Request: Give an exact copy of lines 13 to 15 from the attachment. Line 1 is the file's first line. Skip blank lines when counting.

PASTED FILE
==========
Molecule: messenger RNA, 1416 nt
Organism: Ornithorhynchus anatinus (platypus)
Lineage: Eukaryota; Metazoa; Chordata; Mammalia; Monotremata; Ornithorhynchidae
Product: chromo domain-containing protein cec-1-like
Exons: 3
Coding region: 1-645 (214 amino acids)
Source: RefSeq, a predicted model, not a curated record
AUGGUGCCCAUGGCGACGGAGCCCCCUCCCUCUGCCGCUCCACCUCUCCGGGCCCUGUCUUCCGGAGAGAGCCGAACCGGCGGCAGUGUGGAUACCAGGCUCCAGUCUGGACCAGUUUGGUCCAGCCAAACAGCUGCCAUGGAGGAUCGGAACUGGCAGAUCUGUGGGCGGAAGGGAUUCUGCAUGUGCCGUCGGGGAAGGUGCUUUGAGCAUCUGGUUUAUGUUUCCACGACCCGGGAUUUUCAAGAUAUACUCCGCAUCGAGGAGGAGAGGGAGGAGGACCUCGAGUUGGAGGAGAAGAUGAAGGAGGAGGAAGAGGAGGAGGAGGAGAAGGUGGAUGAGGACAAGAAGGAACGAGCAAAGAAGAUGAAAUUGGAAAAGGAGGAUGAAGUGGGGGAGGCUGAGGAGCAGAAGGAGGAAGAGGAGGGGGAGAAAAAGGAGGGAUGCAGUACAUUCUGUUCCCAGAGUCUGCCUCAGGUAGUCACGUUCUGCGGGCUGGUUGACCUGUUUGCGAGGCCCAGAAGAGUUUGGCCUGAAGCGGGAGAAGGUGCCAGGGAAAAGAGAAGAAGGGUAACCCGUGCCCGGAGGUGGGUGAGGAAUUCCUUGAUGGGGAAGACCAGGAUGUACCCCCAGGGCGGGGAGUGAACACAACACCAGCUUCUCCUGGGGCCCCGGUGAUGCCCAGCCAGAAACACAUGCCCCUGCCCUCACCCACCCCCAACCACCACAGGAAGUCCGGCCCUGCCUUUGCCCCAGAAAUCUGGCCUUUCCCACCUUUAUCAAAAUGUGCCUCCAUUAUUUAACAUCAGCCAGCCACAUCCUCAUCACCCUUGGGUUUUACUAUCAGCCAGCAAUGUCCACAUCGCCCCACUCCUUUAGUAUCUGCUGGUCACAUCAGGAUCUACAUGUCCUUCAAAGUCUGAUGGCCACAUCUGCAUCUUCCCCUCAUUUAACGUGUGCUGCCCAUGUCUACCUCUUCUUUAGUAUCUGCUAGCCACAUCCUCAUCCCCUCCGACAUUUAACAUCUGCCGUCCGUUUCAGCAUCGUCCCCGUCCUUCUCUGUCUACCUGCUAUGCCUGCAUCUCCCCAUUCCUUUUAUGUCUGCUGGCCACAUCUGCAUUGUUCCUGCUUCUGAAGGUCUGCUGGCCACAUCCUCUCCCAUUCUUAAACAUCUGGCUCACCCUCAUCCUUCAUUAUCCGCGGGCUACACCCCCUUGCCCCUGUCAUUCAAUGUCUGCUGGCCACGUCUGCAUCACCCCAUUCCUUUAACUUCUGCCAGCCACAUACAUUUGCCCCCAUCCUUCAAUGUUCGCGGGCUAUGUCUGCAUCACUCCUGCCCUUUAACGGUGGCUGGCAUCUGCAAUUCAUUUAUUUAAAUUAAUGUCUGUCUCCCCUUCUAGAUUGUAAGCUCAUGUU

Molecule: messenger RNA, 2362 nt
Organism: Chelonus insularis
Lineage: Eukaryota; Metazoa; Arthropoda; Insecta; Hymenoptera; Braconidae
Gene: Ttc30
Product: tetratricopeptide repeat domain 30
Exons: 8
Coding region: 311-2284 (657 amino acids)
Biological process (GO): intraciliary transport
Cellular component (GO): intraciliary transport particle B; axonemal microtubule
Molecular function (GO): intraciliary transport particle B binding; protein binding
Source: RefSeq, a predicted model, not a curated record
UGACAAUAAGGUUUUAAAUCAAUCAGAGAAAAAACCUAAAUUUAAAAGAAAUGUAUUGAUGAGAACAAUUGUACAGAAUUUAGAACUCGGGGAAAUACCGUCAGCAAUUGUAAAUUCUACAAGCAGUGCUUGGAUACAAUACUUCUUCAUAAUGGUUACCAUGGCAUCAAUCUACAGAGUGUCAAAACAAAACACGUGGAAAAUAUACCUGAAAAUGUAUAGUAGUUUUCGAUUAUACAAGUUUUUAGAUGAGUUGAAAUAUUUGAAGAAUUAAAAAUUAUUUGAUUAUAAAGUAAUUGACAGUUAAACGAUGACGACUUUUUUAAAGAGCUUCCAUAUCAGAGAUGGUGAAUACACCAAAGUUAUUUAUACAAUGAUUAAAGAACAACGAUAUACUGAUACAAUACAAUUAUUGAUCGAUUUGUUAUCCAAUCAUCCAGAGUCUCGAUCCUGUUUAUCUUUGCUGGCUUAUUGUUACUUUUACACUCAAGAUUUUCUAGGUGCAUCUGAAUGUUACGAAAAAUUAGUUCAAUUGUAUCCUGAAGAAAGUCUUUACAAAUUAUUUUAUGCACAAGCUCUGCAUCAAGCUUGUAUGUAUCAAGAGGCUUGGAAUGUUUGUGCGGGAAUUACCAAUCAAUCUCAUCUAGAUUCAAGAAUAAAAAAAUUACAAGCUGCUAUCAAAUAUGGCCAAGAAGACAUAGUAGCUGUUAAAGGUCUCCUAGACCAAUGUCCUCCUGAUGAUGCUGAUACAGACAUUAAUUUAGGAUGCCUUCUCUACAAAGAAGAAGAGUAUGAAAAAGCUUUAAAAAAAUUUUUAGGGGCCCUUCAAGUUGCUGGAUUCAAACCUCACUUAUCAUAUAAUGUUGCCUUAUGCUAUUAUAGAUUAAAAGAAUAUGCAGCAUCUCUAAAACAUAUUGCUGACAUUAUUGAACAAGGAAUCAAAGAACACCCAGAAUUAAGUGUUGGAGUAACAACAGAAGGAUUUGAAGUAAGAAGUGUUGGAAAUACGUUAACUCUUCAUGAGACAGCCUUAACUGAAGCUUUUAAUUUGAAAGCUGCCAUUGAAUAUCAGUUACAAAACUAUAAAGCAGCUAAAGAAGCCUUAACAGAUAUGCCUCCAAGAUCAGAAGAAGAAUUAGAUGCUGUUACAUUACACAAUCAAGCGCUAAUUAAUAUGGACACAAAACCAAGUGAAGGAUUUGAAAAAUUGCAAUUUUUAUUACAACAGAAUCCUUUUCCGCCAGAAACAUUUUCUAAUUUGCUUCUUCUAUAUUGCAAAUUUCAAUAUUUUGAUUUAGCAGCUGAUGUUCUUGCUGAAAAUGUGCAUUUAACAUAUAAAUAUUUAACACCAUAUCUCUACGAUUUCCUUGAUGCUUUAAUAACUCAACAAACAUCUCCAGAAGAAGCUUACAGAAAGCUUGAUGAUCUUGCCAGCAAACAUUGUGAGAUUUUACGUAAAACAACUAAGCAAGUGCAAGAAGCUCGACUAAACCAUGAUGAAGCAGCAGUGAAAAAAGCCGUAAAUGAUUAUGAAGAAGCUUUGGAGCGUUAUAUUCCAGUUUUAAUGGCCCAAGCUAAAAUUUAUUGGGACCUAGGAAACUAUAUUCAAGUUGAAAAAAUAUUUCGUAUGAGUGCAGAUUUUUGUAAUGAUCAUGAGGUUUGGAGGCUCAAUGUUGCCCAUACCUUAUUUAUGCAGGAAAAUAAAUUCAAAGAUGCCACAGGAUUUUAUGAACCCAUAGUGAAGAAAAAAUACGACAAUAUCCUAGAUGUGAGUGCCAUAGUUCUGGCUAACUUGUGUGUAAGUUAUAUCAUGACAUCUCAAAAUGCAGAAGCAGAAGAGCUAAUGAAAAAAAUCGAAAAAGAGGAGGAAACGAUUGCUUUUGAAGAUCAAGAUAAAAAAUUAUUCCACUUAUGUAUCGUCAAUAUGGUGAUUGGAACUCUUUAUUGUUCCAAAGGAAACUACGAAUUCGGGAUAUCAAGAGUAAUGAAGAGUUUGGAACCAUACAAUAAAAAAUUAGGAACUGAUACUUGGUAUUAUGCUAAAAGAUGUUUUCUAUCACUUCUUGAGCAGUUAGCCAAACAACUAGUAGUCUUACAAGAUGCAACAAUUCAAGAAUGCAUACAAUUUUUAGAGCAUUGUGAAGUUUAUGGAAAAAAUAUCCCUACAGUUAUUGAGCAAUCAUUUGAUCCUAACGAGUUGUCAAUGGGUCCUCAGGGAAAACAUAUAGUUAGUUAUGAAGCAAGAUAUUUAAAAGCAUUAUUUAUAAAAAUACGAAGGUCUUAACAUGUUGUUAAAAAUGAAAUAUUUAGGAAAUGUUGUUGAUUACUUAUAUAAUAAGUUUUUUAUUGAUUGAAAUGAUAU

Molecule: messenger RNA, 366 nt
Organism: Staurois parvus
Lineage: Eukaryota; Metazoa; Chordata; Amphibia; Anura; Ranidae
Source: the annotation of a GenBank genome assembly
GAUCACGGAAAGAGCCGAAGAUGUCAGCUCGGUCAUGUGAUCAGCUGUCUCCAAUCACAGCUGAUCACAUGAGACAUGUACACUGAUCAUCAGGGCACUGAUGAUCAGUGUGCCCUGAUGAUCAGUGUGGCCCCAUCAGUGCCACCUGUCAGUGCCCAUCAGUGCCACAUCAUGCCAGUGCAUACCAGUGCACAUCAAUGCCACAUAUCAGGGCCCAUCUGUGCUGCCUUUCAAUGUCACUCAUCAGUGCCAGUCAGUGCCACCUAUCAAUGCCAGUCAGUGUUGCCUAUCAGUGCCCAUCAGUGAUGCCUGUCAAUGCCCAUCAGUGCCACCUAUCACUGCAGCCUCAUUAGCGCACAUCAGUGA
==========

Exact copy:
Product: tetratricopeptide repeat domain 30
Exons: 8
Coding region: 311-2284 (657 amino acids)